Against the suspect, instead, the valiant behaviour shown by Venetian and Genoese ships during a fight which took place on 20 April. Probably won't ever know the consistency of interests between the Turks and Italian merchants, but the "rumors" reported by chroniclers indicate that, among the participants at the defense of Costantinopole, there was a "responsible ballet" caused by an evident guilty feeling developed in the West after the fall of Constantinople.


George Kastrioti Skanderbeg

Son of an Albanian noble, this commander entered in history for being one of the few, if not the only, able to defeat Turks in their best moment during the Balkan expansion.
Given as a hostage to the Turks and educated to Islam, had fought against Christians gaining great experience, which earned him the nickname of "Iskander Beg", i.e. "Prince Alexander", with reference to Alexander the great. Later, however, the Castriota abjured Islam and back to Catholicism, freed his people.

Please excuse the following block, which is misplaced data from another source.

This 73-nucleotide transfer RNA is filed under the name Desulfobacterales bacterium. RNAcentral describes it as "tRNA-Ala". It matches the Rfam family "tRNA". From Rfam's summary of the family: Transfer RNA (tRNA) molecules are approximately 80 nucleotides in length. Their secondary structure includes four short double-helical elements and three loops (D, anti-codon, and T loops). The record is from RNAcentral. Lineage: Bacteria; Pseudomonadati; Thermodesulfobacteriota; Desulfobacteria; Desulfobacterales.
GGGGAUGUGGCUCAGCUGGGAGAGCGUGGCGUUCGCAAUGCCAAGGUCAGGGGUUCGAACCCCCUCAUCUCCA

After his death (1468) Albania was retaken inch by inch from the Turks, but many Albanian communities were force to settle in Southern Italy, where, even today, through the dialects, perpetuate their language. A delightful folksong imagines that Skanderbeg dying called his son and orders to flee beyond the sea: 'once you'll be on the beach you will find a Cypress, perfumed and ill, tie my horse at that Cypress [...] beside my horse, expose my flag to the sea wind, and tie my sword to that flag. When will the north wind will blow, the horse will neighing, the flag shall be flown, and the sword will tinkle from Cypress: the Turkish will hear, and remembering the death that sleeping on my sword, will not follow you where you'll be gone».


The opposing forces

The recruitment held by Constantine XI among the citizens of Constantinople had a very modest outcome: in fact the city could count on a population of 70-100,000 inhabitants and at least 20,000 men able to fight, but only 5,000 responded to the appeal launched by the emperor.